n International SportMed Journal - Physical activity and bone health : FIMS Position Statement 2014

Volume 15, Issue 2
  • ISSN : 1528-3356



Bone is a remarkable, very strong and flexible structure. Running and jumping, together with muscle work, and lever arms generate ground reaction forces helping to model developing bone. Peak bone mass, strongly determined by genetic factors and exercise, is one of the most important factors in bone health. The amount of bone accrued, especially before the end of the third decade of life, is a major determinant of the risk of fractures in later life.

Bones are a living tissue and constantly changing throughout one's lifetime, thus manifold osteopathies are known. The bone itself does not need to be the primary cause of diseases, but rather be affected in combination with other diseases. Besides osteopathies, such as fractures, achondroplasy, Morbus Paget, etc., osteoporosis which is defined as a systematic skeletal disease characterised by low bone mass and micro-architectural deterioration of bone tissue, with a consequent increase in bone fragility and susceptibility to fracture, according to the World Health Organization (WHO), is ranked among the ten prime widespread diseases. Bone mineral density (BMD) is used in diagnosing osteoporosis. Anamnesis and clinical findings, bone densitometry, medical imaging and the basic laboratory are basic diagnostics for osteoporosis. Physical inactivity, medication, sex, age, low body mass index, need to be regarded as risk factors for osteoporosis. Acute and chronic pain caused by osteoporosis restricts activities of daily living and diminishes quality of life. FRAX (a diagnostic tool), disregarding all advantages and disadvantages of the computer based algorithm, calculates the country-specific 10-year-probability of a major hip fracture.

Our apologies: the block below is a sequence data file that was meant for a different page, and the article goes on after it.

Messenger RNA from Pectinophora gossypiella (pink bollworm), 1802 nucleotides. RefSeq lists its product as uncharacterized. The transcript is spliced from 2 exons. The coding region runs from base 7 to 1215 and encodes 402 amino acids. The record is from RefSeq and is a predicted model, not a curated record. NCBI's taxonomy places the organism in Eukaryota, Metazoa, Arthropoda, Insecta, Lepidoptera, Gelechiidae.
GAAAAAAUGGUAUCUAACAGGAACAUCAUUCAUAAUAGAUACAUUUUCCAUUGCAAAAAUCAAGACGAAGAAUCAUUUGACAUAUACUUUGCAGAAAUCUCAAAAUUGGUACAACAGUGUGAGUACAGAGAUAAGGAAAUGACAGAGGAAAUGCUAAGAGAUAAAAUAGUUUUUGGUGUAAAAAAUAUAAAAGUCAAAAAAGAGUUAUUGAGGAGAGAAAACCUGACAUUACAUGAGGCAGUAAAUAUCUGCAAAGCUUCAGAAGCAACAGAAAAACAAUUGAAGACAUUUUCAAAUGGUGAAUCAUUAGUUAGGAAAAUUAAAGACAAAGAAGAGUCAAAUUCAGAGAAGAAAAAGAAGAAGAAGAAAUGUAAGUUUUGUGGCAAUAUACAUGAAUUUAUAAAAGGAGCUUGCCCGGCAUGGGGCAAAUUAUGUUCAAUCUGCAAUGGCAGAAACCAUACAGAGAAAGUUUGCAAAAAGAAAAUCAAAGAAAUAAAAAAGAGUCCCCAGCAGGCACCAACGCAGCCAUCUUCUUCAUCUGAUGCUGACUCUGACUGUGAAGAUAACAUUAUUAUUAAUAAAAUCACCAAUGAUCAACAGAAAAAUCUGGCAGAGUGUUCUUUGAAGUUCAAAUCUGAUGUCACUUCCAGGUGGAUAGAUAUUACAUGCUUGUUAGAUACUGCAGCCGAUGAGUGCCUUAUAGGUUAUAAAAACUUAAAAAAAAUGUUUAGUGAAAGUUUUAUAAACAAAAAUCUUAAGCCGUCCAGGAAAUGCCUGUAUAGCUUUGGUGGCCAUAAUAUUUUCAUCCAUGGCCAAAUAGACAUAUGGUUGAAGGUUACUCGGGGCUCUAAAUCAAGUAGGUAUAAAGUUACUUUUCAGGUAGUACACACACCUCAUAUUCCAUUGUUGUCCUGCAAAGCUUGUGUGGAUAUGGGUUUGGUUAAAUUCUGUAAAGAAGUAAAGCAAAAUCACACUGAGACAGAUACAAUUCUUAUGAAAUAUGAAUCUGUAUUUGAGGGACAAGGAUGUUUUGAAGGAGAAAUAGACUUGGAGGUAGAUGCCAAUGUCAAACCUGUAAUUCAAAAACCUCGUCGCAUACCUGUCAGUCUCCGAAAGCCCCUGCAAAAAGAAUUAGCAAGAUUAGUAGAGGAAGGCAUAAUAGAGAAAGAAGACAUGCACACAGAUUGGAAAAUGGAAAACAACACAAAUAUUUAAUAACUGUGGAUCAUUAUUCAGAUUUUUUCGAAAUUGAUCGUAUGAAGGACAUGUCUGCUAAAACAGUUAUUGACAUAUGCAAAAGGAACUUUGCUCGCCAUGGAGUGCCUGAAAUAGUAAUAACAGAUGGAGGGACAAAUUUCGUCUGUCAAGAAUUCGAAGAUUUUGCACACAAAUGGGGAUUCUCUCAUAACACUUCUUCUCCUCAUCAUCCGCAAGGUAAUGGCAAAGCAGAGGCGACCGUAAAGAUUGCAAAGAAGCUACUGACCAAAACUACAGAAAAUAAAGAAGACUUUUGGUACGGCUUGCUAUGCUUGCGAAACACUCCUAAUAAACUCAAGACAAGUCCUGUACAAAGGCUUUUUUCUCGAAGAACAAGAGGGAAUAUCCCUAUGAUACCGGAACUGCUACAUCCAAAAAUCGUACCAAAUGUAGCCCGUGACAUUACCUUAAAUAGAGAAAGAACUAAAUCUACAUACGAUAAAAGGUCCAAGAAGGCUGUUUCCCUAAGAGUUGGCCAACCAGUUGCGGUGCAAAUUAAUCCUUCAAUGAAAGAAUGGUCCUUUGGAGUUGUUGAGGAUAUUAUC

Several different bone disorders, especially osteoporosis, are among other reasons linked to a sedentary lifestyle and poor nutrition habits. Preventing osteoporosis is a lifelong task, involving aspects such as nutrition and body weight, physical activity, as well as the abuse of dependence-causing substances. Thus lifestyle modification, calcium, vitamin D3, physical activity, exercise and prevention of falls establish the basic therapy for osteoporosis. Building on this, secondary and tertiary prevention addresses the risk of fracture and repeated fracture prevention via medication. Physical medicine represents not merely an alternative, but rather a complementary and inevitable therapy option in treating bone disorders, especially osteoporosis. Consequently, physical exercise plays a key role in reducing fractures and repeated fractures. The study situation concerning physical activity and osteoporosis is so far not easy to evaluate, because interventions disagree on duration, intensity, specificity, and subject groups. Although there is a vast amount of literature on physical activity (described as one of the best medications against diseases of lifestyle), there is a lack of consensus according to the best dose-response correlation for bone health. In the context of bone health, particular attention is paid to whole body vibration. Whole body vibration may improve muscle strength and power and consequently bones and balance as well. However, the mechanism is not well understood and the exact role is still debated and cannot be uniformly prescribed.
As society grows older and lifestyle becomes more and more sedentary, the occurrence of osteoporosis should be held as low as possible and therefore the diagnostic methods need to take action to recognise indications of osteoporosis as soon as possible and be able to determine the most effective treatment options.

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